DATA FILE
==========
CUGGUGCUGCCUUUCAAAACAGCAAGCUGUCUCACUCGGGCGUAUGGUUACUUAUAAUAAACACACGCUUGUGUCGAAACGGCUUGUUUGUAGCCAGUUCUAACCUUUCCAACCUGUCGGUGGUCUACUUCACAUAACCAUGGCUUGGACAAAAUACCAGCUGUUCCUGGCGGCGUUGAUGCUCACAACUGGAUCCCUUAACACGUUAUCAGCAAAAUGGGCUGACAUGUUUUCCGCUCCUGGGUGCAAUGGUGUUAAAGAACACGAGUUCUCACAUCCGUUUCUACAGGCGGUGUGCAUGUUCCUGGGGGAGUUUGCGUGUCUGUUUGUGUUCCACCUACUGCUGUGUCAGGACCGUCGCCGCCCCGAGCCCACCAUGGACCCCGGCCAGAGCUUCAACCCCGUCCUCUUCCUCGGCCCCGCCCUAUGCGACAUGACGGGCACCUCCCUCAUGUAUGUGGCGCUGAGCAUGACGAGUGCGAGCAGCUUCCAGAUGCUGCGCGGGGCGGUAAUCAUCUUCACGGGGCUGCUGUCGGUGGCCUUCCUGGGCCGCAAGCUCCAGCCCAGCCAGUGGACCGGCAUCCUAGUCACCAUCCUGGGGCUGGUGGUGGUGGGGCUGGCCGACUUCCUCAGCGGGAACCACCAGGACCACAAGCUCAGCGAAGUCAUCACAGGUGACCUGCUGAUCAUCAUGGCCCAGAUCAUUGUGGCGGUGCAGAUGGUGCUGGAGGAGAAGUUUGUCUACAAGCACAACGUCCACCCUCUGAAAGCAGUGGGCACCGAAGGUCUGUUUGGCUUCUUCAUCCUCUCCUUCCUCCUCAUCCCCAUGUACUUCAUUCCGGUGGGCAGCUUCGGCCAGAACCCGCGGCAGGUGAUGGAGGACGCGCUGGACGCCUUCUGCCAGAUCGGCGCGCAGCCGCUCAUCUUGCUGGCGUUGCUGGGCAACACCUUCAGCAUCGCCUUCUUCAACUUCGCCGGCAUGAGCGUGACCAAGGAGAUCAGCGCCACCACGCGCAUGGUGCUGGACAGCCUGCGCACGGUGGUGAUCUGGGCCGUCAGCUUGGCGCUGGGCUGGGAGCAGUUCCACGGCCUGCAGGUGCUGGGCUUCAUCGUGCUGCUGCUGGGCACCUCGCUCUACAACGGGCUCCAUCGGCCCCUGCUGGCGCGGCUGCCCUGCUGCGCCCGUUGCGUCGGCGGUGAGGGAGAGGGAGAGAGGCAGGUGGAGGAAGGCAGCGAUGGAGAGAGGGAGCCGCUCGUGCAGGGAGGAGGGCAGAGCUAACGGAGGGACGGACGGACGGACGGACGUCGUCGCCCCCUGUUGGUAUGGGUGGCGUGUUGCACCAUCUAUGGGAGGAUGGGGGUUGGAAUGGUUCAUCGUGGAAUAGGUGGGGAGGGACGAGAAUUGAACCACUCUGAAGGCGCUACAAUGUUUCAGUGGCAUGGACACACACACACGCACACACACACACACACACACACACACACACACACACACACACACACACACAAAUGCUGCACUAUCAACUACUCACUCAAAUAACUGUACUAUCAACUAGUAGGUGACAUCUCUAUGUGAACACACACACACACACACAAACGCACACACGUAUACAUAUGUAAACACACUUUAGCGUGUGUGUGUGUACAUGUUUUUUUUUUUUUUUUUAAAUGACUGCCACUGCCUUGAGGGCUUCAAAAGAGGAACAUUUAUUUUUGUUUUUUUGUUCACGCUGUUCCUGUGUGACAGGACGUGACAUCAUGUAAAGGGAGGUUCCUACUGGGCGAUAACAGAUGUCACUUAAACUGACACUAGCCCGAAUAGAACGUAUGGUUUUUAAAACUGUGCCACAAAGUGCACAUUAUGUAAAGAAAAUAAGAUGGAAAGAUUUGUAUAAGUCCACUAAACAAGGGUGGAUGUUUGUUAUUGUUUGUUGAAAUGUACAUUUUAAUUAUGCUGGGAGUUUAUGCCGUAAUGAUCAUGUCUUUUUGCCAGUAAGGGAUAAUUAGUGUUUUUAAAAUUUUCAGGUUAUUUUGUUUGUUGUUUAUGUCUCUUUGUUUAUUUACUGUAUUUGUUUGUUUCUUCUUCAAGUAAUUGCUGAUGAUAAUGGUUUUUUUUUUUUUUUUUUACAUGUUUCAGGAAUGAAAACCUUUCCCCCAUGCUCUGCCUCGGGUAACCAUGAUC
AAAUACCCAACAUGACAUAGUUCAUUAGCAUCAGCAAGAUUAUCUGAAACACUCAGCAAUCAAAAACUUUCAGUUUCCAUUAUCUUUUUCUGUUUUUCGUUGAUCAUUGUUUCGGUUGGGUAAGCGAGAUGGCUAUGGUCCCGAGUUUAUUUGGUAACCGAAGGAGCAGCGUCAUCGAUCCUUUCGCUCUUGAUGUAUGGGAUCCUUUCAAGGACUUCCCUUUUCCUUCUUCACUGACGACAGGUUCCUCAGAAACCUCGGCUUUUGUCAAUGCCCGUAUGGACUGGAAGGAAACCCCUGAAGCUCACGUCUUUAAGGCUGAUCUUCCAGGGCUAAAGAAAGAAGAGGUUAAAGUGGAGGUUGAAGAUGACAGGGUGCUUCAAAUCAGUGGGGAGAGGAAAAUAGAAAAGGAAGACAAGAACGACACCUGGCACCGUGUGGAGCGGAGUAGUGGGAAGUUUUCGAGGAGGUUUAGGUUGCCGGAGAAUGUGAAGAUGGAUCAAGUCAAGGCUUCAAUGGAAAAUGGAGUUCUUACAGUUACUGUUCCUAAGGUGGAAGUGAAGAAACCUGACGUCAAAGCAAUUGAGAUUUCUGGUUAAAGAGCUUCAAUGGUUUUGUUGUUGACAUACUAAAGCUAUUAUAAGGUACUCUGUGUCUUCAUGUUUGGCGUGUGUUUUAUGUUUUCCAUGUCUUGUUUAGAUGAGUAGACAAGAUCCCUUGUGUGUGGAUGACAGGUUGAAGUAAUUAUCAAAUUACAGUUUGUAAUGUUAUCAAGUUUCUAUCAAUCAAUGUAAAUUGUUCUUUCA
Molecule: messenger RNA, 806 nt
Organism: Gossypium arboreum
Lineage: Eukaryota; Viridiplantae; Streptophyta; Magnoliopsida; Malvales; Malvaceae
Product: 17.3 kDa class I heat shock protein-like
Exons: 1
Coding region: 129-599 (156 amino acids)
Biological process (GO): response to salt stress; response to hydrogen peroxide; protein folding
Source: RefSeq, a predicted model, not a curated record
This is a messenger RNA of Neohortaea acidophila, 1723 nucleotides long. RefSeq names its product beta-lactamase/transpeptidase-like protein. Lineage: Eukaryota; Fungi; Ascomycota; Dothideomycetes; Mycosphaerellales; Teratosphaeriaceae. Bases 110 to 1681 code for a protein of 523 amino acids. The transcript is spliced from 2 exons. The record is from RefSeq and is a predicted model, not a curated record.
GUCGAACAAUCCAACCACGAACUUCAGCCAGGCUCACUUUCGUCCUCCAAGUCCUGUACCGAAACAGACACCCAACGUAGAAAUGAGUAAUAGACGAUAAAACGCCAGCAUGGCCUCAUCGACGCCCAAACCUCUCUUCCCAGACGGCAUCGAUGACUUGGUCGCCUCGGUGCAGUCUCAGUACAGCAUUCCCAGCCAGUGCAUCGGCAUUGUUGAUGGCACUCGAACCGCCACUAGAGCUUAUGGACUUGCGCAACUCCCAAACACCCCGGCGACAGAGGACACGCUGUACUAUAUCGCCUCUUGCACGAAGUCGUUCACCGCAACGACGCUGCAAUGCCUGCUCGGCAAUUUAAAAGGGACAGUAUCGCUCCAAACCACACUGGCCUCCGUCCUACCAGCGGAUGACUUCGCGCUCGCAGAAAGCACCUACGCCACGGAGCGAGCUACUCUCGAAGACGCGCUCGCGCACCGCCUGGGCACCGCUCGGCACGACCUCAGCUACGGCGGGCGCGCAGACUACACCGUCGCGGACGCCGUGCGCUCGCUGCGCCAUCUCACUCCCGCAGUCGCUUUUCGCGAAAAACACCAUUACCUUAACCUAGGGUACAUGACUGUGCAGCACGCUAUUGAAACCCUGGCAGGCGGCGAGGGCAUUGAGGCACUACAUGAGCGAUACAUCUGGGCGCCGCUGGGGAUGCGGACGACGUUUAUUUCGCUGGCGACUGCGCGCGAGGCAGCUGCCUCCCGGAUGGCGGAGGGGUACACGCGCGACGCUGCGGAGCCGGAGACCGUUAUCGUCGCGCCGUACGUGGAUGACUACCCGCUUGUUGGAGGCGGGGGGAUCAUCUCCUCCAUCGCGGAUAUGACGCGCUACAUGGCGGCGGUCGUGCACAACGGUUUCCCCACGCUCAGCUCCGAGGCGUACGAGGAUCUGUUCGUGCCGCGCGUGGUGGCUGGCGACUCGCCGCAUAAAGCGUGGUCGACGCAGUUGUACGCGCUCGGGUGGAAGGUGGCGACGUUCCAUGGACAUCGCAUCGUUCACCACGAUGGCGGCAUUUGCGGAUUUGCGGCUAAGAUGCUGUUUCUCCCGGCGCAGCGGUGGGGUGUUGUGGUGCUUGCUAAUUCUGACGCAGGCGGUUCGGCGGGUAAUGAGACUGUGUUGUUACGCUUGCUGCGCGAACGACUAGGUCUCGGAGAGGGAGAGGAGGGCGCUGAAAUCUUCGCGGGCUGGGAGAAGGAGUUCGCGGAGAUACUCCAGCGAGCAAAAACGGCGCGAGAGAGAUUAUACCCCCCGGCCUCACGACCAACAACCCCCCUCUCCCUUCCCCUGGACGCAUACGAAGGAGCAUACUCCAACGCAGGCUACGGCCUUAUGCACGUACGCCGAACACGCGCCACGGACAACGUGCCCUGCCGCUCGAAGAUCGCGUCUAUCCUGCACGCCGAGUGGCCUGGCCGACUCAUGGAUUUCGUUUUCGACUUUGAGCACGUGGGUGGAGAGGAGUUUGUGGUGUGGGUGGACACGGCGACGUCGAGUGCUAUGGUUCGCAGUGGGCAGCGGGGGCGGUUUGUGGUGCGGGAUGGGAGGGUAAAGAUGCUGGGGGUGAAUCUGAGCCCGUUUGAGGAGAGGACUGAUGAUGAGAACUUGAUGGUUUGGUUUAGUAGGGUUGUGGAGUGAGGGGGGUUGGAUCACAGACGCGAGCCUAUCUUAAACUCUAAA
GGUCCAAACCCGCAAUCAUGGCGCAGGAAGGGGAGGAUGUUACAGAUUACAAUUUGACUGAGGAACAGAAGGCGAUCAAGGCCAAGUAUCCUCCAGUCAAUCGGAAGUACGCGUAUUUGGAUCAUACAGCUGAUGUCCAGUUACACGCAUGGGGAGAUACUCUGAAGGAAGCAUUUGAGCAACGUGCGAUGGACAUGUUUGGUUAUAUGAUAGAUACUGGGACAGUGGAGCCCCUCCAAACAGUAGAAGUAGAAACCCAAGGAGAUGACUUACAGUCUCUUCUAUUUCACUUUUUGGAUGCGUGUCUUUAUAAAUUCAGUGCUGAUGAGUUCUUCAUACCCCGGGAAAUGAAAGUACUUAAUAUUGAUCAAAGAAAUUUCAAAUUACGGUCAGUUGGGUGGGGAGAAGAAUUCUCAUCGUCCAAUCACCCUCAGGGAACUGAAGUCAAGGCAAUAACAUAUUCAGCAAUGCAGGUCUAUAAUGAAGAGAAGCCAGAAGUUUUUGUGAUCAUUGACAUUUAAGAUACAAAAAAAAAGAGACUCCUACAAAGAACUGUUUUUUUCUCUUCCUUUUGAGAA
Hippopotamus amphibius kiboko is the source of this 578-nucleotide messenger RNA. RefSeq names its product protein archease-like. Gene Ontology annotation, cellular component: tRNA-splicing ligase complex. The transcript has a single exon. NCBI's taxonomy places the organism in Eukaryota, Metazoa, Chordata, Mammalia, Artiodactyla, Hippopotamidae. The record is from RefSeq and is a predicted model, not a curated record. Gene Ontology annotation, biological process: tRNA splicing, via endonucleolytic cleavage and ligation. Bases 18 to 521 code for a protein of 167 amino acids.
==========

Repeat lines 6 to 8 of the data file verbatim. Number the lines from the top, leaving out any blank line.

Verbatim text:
Product: 17.3 kDa class I heat shock protein-like
Exons: 1
Coding region: 129-599 (156 amino acids)